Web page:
I don't think I have ever seen a religious sticker on a car. Ever. The only fish symbol I can think of is the Independent Scotland symbol, a white fish-like shape (derived from a cross) on a blue field.
Really, often see the fish on the back of cars. Probably a couple of times a week.
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Old 13th February 2018, 06:32 AM   #26
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Originally Posted by MikeG View Post
I don't think I have ever seen a religious sticker on a car. Ever. The only fish symbol I can think of is the Independent Scotland symbol, a white fish-like shape (derived from a cross) on a blue field.
Originally Posted by Darat View Post
Really, often see the fish on the back of cars. Probably a couple of times a week.
There's been a bout of tuna-shaming among the religious recently.

Have you ever been tunashamed?
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Old 13th February 2018, 06:39 AM   #27
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Originally Posted by Darat View Post
Really, often see the fish on the back of cars. Probably a couple of times a week.
I'm in the same part of the world and agree that sounds about right, but I see a similar number of parody "evolved" fish with little legs and "Darwin" written across the middle. It always strikes me as a misplaced* joke here since the great majority of British Christians have absolutely no problem with evolution.

*A fish out of water, no less. Sorry.
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Old 13th February 2018, 06:40 AM   #28
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Originally Posted by MikeG View Post
Do you live in the 19th century, then?
I see a few of them here in Suffolk, where it's more or less the 1970s. I think I see more, though, where the word "Evolve" is written inside the fish, which has four legs and is often holding a spanner with one of the front pair.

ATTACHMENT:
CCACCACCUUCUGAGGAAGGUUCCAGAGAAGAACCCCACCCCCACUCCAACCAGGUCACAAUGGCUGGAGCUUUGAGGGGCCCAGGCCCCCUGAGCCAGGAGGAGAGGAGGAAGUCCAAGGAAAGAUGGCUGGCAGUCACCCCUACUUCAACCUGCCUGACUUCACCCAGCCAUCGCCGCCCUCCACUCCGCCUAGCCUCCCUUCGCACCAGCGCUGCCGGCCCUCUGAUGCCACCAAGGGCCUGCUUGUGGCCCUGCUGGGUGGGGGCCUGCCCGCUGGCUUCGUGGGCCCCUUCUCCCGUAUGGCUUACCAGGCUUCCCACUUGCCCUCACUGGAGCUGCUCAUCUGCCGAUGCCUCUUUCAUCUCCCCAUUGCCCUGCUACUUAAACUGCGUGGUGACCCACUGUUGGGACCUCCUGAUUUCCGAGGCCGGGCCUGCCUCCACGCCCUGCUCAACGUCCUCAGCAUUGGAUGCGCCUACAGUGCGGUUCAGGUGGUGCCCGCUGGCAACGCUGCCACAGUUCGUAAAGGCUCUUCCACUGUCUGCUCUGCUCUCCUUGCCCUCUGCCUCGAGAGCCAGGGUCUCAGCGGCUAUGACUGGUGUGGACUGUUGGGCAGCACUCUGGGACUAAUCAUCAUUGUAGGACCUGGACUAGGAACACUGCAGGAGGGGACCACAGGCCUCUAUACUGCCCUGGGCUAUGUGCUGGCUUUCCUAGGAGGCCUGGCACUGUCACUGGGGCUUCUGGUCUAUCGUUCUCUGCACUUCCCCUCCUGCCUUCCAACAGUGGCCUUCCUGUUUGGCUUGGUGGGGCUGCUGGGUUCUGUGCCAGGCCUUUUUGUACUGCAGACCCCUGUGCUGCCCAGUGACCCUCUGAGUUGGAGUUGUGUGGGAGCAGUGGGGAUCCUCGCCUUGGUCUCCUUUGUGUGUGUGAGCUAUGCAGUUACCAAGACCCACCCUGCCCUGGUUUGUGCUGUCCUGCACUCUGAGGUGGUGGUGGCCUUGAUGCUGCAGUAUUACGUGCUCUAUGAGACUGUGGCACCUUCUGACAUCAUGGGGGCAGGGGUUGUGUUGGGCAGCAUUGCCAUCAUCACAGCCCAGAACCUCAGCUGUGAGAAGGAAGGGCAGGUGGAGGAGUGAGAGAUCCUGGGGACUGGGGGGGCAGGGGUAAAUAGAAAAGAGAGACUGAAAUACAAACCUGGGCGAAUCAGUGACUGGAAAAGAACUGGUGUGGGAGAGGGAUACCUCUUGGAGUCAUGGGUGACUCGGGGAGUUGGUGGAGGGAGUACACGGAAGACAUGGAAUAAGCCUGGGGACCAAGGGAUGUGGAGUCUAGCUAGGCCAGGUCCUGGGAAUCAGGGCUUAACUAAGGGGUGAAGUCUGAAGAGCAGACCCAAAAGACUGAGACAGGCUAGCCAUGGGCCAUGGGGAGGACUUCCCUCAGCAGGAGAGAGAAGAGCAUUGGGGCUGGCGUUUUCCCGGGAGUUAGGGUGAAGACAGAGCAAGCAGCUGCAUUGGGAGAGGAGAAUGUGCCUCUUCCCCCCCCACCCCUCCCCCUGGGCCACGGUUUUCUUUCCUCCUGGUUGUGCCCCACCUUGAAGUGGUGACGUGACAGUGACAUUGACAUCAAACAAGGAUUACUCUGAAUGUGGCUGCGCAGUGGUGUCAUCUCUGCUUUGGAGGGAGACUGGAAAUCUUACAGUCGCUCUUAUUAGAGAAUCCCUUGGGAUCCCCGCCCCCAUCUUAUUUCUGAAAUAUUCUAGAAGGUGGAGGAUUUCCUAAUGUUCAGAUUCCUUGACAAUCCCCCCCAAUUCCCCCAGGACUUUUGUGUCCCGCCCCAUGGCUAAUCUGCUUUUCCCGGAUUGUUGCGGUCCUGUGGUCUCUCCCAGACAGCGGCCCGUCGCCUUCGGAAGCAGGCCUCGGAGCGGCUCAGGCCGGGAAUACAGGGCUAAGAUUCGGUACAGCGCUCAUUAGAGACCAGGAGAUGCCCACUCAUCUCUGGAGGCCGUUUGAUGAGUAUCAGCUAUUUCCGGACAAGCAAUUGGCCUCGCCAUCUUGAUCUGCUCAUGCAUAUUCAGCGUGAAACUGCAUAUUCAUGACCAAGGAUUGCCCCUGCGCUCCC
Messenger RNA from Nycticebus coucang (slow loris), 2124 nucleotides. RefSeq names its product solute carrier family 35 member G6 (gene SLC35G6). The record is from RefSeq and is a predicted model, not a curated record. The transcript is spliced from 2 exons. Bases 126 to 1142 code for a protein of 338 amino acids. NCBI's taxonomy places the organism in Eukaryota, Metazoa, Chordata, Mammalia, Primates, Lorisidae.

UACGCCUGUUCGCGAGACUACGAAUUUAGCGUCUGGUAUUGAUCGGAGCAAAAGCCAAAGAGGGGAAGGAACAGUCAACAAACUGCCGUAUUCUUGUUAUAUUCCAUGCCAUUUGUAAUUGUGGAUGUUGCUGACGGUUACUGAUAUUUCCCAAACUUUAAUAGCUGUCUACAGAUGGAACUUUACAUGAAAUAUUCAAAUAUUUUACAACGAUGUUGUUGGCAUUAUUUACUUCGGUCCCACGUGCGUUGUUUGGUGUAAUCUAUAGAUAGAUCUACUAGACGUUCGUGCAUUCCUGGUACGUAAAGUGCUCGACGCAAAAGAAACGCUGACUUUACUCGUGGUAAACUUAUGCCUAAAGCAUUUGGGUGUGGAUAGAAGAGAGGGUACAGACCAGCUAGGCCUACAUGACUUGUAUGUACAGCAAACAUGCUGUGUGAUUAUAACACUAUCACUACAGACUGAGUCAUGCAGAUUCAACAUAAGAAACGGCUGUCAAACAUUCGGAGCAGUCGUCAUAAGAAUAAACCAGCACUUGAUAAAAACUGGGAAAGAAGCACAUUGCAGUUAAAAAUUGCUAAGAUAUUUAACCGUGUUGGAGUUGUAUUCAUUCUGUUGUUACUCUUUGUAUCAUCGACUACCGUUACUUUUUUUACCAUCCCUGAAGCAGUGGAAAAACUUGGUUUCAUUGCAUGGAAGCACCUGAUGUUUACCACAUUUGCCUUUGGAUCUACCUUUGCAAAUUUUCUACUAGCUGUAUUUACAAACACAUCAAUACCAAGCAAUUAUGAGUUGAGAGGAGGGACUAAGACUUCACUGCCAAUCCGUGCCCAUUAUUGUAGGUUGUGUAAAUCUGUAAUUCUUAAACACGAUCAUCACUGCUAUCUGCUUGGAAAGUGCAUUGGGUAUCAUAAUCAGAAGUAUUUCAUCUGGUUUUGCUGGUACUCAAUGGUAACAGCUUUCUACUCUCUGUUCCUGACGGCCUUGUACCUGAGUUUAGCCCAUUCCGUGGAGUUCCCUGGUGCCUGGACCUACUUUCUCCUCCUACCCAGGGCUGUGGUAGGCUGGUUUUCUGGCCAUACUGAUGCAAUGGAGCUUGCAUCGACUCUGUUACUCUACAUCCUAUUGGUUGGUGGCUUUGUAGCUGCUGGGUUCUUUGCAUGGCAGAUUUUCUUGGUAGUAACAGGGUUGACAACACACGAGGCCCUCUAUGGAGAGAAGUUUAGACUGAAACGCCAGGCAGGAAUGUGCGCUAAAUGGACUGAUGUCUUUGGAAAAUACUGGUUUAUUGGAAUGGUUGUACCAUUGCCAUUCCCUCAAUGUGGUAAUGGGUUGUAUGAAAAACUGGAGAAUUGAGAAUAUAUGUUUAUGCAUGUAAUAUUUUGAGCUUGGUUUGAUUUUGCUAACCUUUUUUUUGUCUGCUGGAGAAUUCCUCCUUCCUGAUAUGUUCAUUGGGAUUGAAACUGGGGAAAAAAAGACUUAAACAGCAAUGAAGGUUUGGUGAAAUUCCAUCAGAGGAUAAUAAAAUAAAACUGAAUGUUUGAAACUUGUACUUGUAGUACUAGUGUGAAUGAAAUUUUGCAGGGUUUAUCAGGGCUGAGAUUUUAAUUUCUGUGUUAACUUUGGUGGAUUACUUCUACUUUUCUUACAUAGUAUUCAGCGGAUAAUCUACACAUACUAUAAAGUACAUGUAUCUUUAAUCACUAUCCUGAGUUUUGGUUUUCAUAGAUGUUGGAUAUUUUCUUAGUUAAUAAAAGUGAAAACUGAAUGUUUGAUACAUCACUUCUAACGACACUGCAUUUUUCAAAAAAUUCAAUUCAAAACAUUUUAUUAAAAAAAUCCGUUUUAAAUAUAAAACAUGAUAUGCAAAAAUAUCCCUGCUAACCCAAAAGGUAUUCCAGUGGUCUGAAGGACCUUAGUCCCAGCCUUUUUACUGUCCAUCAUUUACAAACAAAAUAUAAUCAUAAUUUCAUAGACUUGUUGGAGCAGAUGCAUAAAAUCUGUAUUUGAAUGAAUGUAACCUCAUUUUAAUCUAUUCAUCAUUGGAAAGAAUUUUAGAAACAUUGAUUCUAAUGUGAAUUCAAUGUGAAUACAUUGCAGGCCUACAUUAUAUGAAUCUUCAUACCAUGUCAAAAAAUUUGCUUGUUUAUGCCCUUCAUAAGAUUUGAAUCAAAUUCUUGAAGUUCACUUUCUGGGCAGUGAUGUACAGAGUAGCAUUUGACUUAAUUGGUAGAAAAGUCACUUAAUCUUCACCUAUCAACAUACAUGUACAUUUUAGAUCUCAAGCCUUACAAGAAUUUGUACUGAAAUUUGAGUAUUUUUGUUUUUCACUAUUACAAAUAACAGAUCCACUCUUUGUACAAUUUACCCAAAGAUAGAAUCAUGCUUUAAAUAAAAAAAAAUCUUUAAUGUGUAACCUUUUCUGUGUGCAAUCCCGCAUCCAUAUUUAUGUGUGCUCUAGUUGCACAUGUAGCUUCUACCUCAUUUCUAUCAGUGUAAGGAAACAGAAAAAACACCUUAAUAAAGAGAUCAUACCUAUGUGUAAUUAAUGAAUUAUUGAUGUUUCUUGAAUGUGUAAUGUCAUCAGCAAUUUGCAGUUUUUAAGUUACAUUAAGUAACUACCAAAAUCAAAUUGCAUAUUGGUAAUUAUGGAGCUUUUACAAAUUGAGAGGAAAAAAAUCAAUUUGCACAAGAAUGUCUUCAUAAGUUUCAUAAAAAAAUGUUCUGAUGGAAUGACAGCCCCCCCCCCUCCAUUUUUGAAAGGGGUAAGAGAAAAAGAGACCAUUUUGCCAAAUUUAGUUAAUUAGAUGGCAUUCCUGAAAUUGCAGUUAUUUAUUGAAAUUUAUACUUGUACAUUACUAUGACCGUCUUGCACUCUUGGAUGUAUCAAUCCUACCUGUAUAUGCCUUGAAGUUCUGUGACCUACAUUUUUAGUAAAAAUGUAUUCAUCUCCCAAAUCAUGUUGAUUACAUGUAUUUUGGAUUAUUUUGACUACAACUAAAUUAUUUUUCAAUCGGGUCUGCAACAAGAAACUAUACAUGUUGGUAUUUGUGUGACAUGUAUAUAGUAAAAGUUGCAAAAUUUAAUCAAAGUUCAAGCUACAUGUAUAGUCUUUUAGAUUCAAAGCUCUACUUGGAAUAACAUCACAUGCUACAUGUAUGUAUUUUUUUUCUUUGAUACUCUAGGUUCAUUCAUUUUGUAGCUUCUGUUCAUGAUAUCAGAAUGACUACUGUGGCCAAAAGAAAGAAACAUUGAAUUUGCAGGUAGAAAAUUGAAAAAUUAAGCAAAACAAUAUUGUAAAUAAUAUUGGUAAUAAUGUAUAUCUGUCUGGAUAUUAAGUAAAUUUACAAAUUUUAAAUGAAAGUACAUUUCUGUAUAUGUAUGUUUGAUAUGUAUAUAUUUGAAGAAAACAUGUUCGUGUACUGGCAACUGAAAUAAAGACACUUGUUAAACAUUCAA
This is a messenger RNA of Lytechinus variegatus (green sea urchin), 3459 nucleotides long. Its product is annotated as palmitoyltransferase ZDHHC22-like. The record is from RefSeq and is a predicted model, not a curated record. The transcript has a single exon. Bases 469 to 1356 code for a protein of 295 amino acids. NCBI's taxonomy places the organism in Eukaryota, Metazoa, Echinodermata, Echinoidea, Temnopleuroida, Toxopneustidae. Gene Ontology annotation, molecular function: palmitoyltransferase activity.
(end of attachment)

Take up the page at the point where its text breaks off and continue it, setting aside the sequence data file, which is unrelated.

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Old 13th February 2018, 07:57 AM   #29
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It's a loving and caring god that saves his followers from a quick death and allows them years of pain and anguish instead. So inspiring!
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Old 13th February 2018, 08:49 AM   #30
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Originally Posted by The Greater Fool View Post
It's a loving and caring god that saves his followers from a quick death and allows them years of pain and anguish instead. So inspiring!
Except of course for the ones he takes to his loving bosom earlier, which is of course equally inspiring.
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Old 13th February 2018, 10:23 AM   #31
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Years of pain and anguish?!
He keeps them healthy and even cures the flu!
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"Stupidity renders itself invisible by assuming very large proportions. Completely unreasonable claims are irrefutable. Ni-en-leh pointed out that a philosopher might get into trouble by claiming that two times two makes five, but he does not risk much by claiming that two times two makes shoe polish." B. Brecht
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Old 13th February 2018, 11:31 AM   #32
Hellbound
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Originally Posted by dann View Post
Years of pain and anguish?!
He keeps them healthy and even cures the flu!
Until they mess up and tick him off.

Or they need to be "tested".

Or he makes a bet with Satan.
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Old 13th February 2018, 12:02 PM   #33
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But to a God-fearing Christian that's not a deal-breaker at all.
You just gotta praise him and work so much harder to try to avoid ticking him off! It's no surprise that the Evangelicals stay faithful to Trump and believe in him in spite of all his obvious flaws. They've been trained to live with cognitive dissonance all their lives!
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"Stupidity renders itself invisible by assuming very large proportions. Completely unreasonable claims are irrefutable. Ni-en-leh pointed out that a philosopher might get into trouble by claiming that two times two makes five, but he does not risk much by claiming that two times two makes shoe polish." B. Brecht
"The abolition of religion as the illusory happiness of the people is required for their real happiness. The demand to give up the illusion about its condition is the demand to give up a condition which needs illusions." K. Marx
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Old 13th February 2018, 12:30 PM   #34
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Originally Posted by P.J. Denyer View Post